Stan Drake is often remembered as the artist of Blondie, which he drew from 1984 until his death in 1997.
But for many of us the name Stan Drake is synonymous with beautifully rendered ink line drawings of gorgeous gals and handsome men, as featured in Drake’s seminal romance comic strip, “The Heart of Juliet Jones”. Surprisingly, in an interview in issue #72 of CARTOONIST PROfiles magazine, Drake spoke candidly of what might be called his true cartooning style:
“I really am a cartoonist,” said Drake. “I had to work hard at drawing straight, illustrative type stuff. I started out with Johnstone & Cushing (the advertising cartoon firm) right after the war and my bent was really towards the semi-funny stuff.”
“When I got into advertising, an art director told me, “If you want to make out in this business, you must learn how to draw pretty girls and handsome men.” So I recall that I bought copies of ‘Vogue’, ‘Harpers Bazaar’ and ‘Mademoiselle’, and when I got home, I’d place some vellum over the heads of the pretty girls in the magazines, and I must have traced seven or eight hundred heads in this way.”
“Every night I’d practice drawing pretty girls and handsome guys and finally I got to the point where I knew what made a face pretty and what the proportions were. Soon I was drawing them without having to trace them.”
Around 1950 Stan Drake left Johnstone & Cushing to form his own art studio, Drake-Kittelsen, with a lettering man named Harry Kittelsen. During this period Stan Drake continued drawing advertising spots and strips – and even did story illustrations for what was at that time a popular men’s adventure magazine called Blue Book.
In Comics Interview magazine Drake talked about that period in his career: “I got so busy,” he told interviewer, Shel Dorf. “I was getting better and better in my techniques and my methods. Everybody was buying my stuff. I was deluged with work. I’m talking about 1950… I was making $1500 a week. You’re talking about making $5000 a week today – with inflation and stuff. But, I was working 20 hours a day. I had a nervous breakdown. Well, I don’t know if it was a nervous breakdown. It was a physical exhaustion.”
“I just absolutely could not get out of bed one morning, and I couldn’t talk. I couldn’t move my arms. It was nature saying, “You are immobilized.” The brain was saying, “I’m not gonna do this for you anymore.”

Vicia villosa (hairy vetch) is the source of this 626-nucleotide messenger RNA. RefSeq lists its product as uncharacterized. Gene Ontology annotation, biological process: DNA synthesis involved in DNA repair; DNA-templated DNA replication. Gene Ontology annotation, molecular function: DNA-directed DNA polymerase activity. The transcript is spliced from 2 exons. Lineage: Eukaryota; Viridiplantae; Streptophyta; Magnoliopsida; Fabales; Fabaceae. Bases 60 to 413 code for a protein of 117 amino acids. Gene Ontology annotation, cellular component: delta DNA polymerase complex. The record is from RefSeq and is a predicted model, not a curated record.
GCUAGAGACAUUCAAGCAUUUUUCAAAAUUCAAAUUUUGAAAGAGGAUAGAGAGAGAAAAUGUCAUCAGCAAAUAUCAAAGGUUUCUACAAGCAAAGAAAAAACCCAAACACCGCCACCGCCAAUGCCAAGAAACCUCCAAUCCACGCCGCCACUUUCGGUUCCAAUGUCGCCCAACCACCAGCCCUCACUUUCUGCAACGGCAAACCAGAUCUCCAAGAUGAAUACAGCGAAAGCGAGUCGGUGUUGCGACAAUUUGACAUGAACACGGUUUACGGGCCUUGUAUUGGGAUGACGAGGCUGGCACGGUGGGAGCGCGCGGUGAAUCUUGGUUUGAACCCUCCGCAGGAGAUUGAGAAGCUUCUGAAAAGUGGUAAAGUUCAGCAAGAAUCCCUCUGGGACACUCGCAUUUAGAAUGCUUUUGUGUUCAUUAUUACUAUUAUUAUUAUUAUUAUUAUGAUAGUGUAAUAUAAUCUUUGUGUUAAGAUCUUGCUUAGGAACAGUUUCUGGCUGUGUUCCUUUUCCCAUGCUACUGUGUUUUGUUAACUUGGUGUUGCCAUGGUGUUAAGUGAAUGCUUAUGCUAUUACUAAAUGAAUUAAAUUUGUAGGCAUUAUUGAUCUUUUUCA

“I was like this from all this work – just work work work work work – and Bob Lubbers, my old friend from art school, called me up one day, he was doing TARZAN at the time, and he said, “Listen, why don’t you get smart? Don’t commute to New York from Long Island anymore. Don’t go through that rat race. You’re killing yourself already, at age thirty!” And he said, “Why don’t you take some of those samples up to King Features? It’s the biggest syndicate in the world. Get a comic strip. You could do a comic strip, and you could work at home, and you could relax. So I took his advice.”
The result, of course, was Stan Drake’s masterful The Heart of Juliet Jones, which he co-created with writer Elliot Caplan. It was an instant success. Drake said, “Before it was published we had 98 papers. But, it kept going up and up and up. I was getting a report every month on sales and I was picking up 20 and 30 papers a month. And it went up and up. It went up to 100 – 200 – 300 – 400 – 500 – 600 papers.”
Drake continued, “I finally figured, at age 30, that I’d hit the jackpot. “I’ve got “The Heart of Juliet Jones” and it’s gonna go on for 20 years.”
In fact, Stan Drake continued producing ‘Juliet Jones’ for 36 years! He received the National Cartoonists Society’s Story Comic Strip Award in 1968, 1970 and 1972. Drake left the strip in 1989, and it was continued by Frank Bolle from 1982 through New Year’s Day 2001.
* You’ll find both Stan Drake interviews, art and photos of the artist at drake.org
*Thanks to Armando Mendez for his scans of the two Stan Drake Ipana ads near the top of this post and to Heritage Auctions for the Juliet Jones Sunday strip scan directly above.